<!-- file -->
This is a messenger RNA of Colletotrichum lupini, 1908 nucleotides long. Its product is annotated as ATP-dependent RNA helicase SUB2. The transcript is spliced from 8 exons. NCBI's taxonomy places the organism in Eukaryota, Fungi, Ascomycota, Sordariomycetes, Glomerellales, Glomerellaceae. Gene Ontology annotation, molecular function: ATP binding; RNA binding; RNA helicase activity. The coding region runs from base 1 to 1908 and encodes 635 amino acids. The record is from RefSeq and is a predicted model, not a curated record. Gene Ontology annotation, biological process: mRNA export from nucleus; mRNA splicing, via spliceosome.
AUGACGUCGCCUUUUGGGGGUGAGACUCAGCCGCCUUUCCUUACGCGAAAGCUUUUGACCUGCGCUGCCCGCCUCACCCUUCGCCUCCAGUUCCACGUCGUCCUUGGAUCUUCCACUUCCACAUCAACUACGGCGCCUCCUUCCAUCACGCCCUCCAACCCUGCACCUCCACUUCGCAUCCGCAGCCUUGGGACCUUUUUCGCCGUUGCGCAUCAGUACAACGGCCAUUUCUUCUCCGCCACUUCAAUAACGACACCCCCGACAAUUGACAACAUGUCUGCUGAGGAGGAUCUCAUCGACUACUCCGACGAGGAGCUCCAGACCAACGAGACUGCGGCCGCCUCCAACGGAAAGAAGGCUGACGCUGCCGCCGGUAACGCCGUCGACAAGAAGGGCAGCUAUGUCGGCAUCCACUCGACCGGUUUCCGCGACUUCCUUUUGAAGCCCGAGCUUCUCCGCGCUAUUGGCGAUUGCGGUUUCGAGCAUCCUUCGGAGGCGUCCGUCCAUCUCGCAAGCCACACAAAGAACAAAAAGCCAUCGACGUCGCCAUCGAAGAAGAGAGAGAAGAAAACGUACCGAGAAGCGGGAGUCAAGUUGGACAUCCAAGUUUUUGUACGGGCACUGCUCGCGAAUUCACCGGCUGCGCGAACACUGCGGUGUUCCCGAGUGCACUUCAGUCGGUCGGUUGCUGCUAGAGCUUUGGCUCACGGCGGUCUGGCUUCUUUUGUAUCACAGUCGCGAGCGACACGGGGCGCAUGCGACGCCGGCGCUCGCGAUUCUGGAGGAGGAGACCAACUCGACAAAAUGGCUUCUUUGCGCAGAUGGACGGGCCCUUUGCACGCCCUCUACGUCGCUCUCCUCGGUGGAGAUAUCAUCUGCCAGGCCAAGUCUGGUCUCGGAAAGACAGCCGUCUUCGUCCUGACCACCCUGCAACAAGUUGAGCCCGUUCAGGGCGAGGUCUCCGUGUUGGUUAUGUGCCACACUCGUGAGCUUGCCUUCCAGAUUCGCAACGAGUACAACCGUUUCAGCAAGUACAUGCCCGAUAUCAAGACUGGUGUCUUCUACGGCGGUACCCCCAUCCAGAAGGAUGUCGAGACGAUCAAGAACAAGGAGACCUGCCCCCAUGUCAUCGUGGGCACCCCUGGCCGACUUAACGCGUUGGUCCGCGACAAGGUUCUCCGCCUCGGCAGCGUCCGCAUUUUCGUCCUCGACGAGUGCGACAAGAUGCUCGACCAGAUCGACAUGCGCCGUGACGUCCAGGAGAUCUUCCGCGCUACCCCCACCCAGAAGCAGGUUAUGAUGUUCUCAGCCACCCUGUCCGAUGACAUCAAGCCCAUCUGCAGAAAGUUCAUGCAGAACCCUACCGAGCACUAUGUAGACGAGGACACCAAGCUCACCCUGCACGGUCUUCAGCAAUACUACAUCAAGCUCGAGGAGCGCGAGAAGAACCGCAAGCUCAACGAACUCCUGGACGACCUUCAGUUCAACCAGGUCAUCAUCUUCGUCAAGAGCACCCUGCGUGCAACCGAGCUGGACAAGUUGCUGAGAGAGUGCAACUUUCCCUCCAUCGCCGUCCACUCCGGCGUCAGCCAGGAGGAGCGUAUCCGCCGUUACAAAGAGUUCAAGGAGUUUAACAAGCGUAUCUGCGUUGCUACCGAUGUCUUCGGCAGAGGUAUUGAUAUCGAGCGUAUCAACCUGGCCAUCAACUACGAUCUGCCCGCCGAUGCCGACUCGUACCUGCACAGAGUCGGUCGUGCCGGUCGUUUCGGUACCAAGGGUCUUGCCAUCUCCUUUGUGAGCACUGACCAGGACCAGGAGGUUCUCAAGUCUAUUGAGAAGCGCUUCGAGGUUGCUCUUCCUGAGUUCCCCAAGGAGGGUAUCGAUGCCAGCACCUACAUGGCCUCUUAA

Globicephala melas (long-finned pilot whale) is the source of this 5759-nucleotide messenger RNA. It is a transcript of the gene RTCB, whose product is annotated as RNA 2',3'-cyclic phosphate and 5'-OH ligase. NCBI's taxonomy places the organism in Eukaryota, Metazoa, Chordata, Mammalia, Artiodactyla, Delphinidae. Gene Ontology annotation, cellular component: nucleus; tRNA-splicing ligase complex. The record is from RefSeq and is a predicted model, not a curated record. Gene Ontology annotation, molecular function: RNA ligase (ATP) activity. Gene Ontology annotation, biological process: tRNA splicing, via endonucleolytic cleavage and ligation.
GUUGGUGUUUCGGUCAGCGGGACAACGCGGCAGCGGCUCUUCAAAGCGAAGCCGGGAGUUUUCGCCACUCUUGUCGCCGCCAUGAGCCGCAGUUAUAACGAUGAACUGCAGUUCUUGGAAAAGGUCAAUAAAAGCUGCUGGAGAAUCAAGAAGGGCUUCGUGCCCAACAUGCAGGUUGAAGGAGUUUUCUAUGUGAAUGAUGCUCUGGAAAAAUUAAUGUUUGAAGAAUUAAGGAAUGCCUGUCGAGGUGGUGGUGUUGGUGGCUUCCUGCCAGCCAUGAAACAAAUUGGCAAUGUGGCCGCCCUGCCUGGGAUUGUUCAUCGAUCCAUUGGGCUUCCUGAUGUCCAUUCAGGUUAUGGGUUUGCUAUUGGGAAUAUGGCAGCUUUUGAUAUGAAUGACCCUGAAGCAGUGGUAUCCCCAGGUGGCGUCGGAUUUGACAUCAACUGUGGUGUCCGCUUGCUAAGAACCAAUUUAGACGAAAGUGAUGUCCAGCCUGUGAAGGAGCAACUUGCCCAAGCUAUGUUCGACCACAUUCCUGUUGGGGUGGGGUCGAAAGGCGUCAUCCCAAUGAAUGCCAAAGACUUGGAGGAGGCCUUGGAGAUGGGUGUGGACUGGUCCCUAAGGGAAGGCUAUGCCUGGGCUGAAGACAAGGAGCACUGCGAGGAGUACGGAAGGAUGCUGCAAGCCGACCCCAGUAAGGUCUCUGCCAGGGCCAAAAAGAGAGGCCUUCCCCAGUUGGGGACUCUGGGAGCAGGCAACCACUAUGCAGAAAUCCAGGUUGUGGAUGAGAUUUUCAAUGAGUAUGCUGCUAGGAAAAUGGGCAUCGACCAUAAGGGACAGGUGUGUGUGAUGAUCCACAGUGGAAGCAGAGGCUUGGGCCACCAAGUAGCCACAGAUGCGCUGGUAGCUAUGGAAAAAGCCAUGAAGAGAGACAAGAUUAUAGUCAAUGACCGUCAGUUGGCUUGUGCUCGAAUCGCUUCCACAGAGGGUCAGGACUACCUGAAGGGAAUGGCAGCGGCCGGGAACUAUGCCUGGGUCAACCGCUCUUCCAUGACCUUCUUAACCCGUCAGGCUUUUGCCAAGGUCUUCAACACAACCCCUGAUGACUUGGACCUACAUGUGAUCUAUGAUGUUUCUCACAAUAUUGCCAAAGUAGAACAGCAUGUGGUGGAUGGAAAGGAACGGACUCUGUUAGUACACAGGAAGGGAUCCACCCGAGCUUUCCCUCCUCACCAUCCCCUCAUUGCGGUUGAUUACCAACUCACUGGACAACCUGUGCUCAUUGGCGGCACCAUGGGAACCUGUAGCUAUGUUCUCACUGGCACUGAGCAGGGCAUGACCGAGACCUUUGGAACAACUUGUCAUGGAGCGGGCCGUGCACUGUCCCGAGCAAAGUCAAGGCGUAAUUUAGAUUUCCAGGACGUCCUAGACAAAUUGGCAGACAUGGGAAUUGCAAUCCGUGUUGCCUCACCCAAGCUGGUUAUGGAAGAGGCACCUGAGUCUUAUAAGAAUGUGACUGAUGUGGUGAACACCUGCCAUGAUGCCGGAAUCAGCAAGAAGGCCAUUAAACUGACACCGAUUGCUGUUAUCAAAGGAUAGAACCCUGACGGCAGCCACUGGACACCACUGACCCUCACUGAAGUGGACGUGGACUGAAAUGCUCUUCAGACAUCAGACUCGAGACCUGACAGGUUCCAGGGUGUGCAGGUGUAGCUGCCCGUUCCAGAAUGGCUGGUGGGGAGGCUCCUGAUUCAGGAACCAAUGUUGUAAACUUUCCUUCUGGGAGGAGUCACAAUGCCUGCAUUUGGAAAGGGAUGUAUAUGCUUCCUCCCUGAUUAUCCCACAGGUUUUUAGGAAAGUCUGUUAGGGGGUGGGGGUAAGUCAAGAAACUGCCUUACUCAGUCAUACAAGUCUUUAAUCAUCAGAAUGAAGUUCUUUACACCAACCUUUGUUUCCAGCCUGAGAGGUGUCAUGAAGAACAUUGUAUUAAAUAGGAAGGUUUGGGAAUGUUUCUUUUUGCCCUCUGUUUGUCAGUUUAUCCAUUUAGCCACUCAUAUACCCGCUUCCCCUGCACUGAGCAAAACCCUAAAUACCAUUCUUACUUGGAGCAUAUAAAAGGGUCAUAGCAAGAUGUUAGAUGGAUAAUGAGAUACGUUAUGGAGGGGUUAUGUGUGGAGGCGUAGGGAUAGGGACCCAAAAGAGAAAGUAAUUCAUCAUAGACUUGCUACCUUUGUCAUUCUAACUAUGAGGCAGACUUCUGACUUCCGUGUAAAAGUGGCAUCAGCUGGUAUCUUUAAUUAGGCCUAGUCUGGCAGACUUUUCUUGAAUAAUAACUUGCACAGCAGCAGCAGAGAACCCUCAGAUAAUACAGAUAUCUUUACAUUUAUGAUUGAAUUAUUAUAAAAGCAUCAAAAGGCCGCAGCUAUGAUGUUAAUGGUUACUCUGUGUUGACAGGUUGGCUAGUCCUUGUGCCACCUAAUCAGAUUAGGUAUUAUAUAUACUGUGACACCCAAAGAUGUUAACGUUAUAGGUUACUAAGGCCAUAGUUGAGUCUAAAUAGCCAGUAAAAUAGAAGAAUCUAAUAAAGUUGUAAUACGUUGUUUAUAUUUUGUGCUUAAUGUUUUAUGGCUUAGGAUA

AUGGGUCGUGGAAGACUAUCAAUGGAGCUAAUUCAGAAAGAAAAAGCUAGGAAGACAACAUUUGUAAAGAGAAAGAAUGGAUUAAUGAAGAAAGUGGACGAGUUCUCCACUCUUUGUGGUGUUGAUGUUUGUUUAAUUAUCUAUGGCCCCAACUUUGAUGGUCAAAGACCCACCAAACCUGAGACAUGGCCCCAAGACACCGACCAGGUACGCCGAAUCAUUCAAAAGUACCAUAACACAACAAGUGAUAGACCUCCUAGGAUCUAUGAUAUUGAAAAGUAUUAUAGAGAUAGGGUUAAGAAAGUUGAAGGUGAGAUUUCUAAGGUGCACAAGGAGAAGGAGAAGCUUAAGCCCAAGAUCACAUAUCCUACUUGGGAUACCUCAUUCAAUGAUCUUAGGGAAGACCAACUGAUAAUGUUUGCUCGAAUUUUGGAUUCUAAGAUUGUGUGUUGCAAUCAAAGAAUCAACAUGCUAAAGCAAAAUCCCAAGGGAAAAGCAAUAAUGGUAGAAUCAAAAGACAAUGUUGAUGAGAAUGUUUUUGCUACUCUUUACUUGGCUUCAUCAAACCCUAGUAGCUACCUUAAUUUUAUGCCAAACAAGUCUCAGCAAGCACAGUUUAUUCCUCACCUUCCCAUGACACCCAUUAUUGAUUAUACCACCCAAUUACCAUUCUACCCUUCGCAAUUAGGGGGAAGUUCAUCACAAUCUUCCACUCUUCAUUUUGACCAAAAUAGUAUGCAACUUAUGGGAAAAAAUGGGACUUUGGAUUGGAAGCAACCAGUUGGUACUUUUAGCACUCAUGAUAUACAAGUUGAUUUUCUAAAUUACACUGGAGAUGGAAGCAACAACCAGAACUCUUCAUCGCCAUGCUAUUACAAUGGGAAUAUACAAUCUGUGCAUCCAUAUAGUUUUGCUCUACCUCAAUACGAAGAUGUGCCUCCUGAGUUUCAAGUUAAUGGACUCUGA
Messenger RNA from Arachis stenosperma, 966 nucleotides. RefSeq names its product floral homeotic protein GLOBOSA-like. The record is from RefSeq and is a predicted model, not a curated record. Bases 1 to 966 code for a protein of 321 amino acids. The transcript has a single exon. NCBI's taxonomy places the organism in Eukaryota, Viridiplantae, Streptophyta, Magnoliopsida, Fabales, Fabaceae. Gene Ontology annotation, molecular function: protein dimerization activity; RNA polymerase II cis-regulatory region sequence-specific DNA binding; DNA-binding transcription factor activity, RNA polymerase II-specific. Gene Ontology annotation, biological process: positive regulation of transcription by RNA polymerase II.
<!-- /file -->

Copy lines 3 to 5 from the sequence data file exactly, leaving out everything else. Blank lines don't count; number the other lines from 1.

Globicephala melas (long-finned pilot whale) is the source of this 5759-nucleotide messenger RNA. It is a transcript of the gene RTCB, whose product is annotated as RNA 2',3'-cyclic phosphate and 5'-OH ligase. NCBI's taxonomy places the organism in Eukaryota, Metazoa, Chordata, Mammalia, Artiodactyla, Delphinidae. Gene Ontology annotation, cellular component: nucleus; tRNA-splicing ligase complex. The record is from RefSeq and is a predicted model, not a curated record. Gene Ontology annotation, molecular function: RNA ligase (ATP) activity. Gene Ontology annotation, biological process: tRNA splicing, via endonucleolytic cleavage and ligation.
GUUGGUGUUUCGGUCAGCGGGACAACGCGGCAGCGGCUCUUCAAAGCGAAGCCGGGAGUUUUCGCCACUCUUGUCGCCGCCAUGAGCCGCAGUUAUAACGAUGAACUGCAGUUCUUGGAAAAGGUCAAUAAAAGCUGCUGGAGAAUCAAGAAGGGCUUCGUGCCCAACAUGCAGGUUGAAGGAGUUUUCUAUGUGAAUGAUGCUCUGGAAAAAUUAAUGUUUGAAGAAUUAAGGAAUGCCUGUCGAGGUGGUGGUGUUGGUGGCUUCCUGCCAGCCAUGAAACAAAUUGGCAAUGUGGCCGCCCUGCCUGGGAUUGUUCAUCGAUCCAUUGGGCUUCCUGAUGUCCAUUCAGGUUAUGGGUUUGCUAUUGGGAAUAUGGCAGCUUUUGAUAUGAAUGACCCUGAAGCAGUGGUAUCCCCAGGUGGCGUCGGAUUUGACAUCAACUGUGGUGUCCGCUUGCUAAGAACCAAUUUAGACGAAAGUGAUGUCCAGCCUGUGAAGGAGCAACUUGCCCAAGCUAUGUUCGACCACAUUCCUGUUGGGGUGGGGUCGAAAGGCGUCAUCCCAAUGAAUGCCAAAGACUUGGAGGAGGCCUUGGAGAUGGGUGUGGACUGGUCCCUAAGGGAAGGCUAUGCCUGGGCUGAAGACAAGGAGCACUGCGAGGAGUACGGAAGGAUGCUGCAAGCCGACCCCAGUAAGGUCUCUGCCAGGGCCAAAAAGAGAGGCCUUCCCCAGUUGGGGACUCUGGGAGCAGGCAACCACUAUGCAGAAAUCCAGGUUGUGGAUGAGAUUUUCAAUGAGUAUGCUGCUAGGAAAAUGGGCAUCGACCAUAAGGGACAGGUGUGUGUGAUGAUCCACAGUGGAAGCAGAGGCUUGGGCCACCAAGUAGCCACAGAUGCGCUGGUAGCUAUGGAAAAAGCCAUGAAGAGAGACAAGAUUAUAGUCAAUGACCGUCAGUUGGCUUGUGCUCGAAUCGCUUCCACAGAGGGUCAGGACUACCUGAAGGGAAUGGCAGCGGCCGGGAACUAUGCCUGGGUCAACCGCUCUUCCAUGACCUUCUUAACCCGUCAGGCUUUUGCCAAGGUCUUCAACACAACCCCUGAUGACUUGGACCUACAUGUGAUCUAUGAUGUUUCUCACAAUAUUGCCAAAGUAGAACAGCAUGUGGUGGAUGGAAAGGAACGGACUCUGUUAGUACACAGGAAGGGAUCCACCCGAGCUUUCCCUCCUCACCAUCCCCUCAUUGCGGUUGAUUACCAACUCACUGGACAACCUGUGCUCAUUGGCGGCACCAUGGGAACCUGUAGCUAUGUUCUCACUGGCACUGAGCAGGGCAUGACCGAGACCUUUGGAACAACUUGUCAUGGAGCGGGCCGUGCACUGUCCCGAGCAAAGUCAAGGCGUAAUUUAGAUUUCCAGGACGUCCUAGACAAAUUGGCAGACAUGGGAAUUGCAAUCCGUGUUGCCUCACCCAAGCUGGUUAUGGAAGAGGCACCUGAGUCUUAUAAGAAUGUGACUGAUGUGGUGAACACCUGCCAUGAUGCCGGAAUCAGCAAGAAGGCCAUUAAACUGACACCGAUUGCUGUUAUCAAAGGAUAGAACCCUGACGGCAGCCACUGGACACCACUGACCCUCACUGAAGUGGACGUGGACUGAAAUGCUCUUCAGACAUCAGACUCGAGACCUGACAGGUUCCAGGGUGUGCAGGUGUAGCUGCCCGUUCCAGAAUGGCUGGUGGGGAGGCUCCUGAUUCAGGAACCAAUGUUGUAAACUUUCCUUCUGGGAGGAGUCACAAUGCCUGCAUUUGGAAAGGGAUGUAUAUGCUUCCUCCCUGAUUAUCCCACAGGUUUUUAGGAAAGUCUGUUAGGGGGUGGGGGUAAGUCAAGAAACUGCCUUACUCAGUCAUACAAGUCUUUAAUCAUCAGAAUGAAGUUCUUUACACCAACCUUUGUUUCCAGCCUGAGAGGUGUCAUGAAGAACAUUGUAUUAAAUAGGAAGGUUUGGGAAUGUUUCUUUUUGCCCUCUGUUUGUCAGUUUAUCCAUUUAGCCACUCAUAUACCCGCUUCCCCUGCACUGAGCAAAACCCUAAAUACCAUUCUUACUUGGAGCAUAUAAAAGGGUCAUAGCAAGAUGUUAGAUGGAUAAUGAGAUACGUUAUGGAGGGGUUAUGUGUGGAGGCGUAGGGAUAGGGACCCAAAAGAGAAAGUAAUUCAUCAUAGACUUGCUACCUUUGUCAUUCUAACUAUGAGGCAGACUUCUGACUUCCGUGUAAAAGUGGCAUCAGCUGGUAUCUUUAAUUAGGCCUAGUCUGGCAGACUUUUCUUGAAUAAUAACUUGCACAGCAGCAGCAGAGAACCCUCAGAUAAUACAGAUAUCUUUACAUUUAUGAUUGAAUUAUUAUAAAAGCAUCAAAAGGCCGCAGCUAUGAUGUUAAUGGUUACUCUGUGUUGACAGGUUGGCUAGUCCUUGUGCCACCUAAUCAGAUUAGGUAUUAUAUAUACUGUGACACCCAAAGAUGUUAACGUUAUAGGUUACUAAGGCCAUAGUUGAGUCUAAAUAGCCAGUAAAAUAGAAGAAUCUAAUAAAGUUGUAAUACGUUGUUUAUAUUUUGUGCUUAAUGUUUUAUGGCUUAGGAUA

AUGGGUCGUGGAAGACUAUCAAUGGAGCUAAUUCAGAAAGAAAAAGCUAGGAAGACAACAUUUGUAAAGAGAAAGAAUGGAUUAAUGAAGAAAGUGGACGAGUUCUCCACUCUUUGUGGUGUUGAUGUUUGUUUAAUUAUCUAUGGCCCCAACUUUGAUGGUCAAAGACCCACCAAACCUGAGACAUGGCCCCAAGACACCGACCAGGUACGCCGAAUCAUUCAAAAGUACCAUAACACAACAAGUGAUAGACCUCCUAGGAUCUAUGAUAUUGAAAAGUAUUAUAGAGAUAGGGUUAAGAAAGUUGAAGGUGAGAUUUCUAAGGUGCACAAGGAGAAGGAGAAGCUUAAGCCCAAGAUCACAUAUCCUACUUGGGAUACCUCAUUCAAUGAUCUUAGGGAAGACCAACUGAUAAUGUUUGCUCGAAUUUUGGAUUCUAAGAUUGUGUGUUGCAAUCAAAGAAUCAACAUGCUAAAGCAAAAUCCCAAGGGAAAAGCAAUAAUGGUAGAAUCAAAAGACAAUGUUGAUGAGAAUGUUUUUGCUACUCUUUACUUGGCUUCAUCAAACCCUAGUAGCUACCUUAAUUUUAUGCCAAACAAGUCUCAGCAAGCACAGUUUAUUCCUCACCUUCCCAUGACACCCAUUAUUGAUUAUACCACCCAAUUACCAUUCUACCCUUCGCAAUUAGGGGGAAGUUCAUCACAAUCUUCCACUCUUCAUUUUGACCAAAAUAGUAUGCAACUUAUGGGAAAAAAUGGGACUUUGGAUUGGAAGCAACCAGUUGGUACUUUUAGCACUCAUGAUAUACAAGUUGAUUUUCUAAAUUACACUGGAGAUGGAAGCAACAACCAGAACUCUUCAUCGCCAUGCUAUUACAAUGGGAAUAUACAAUCUGUGCAUCCAUAUAGUUUUGCUCUACCUCAAUACGAAGAUGUGCCUCCUGAGUUUCAAGUUAAUGGACUCUGA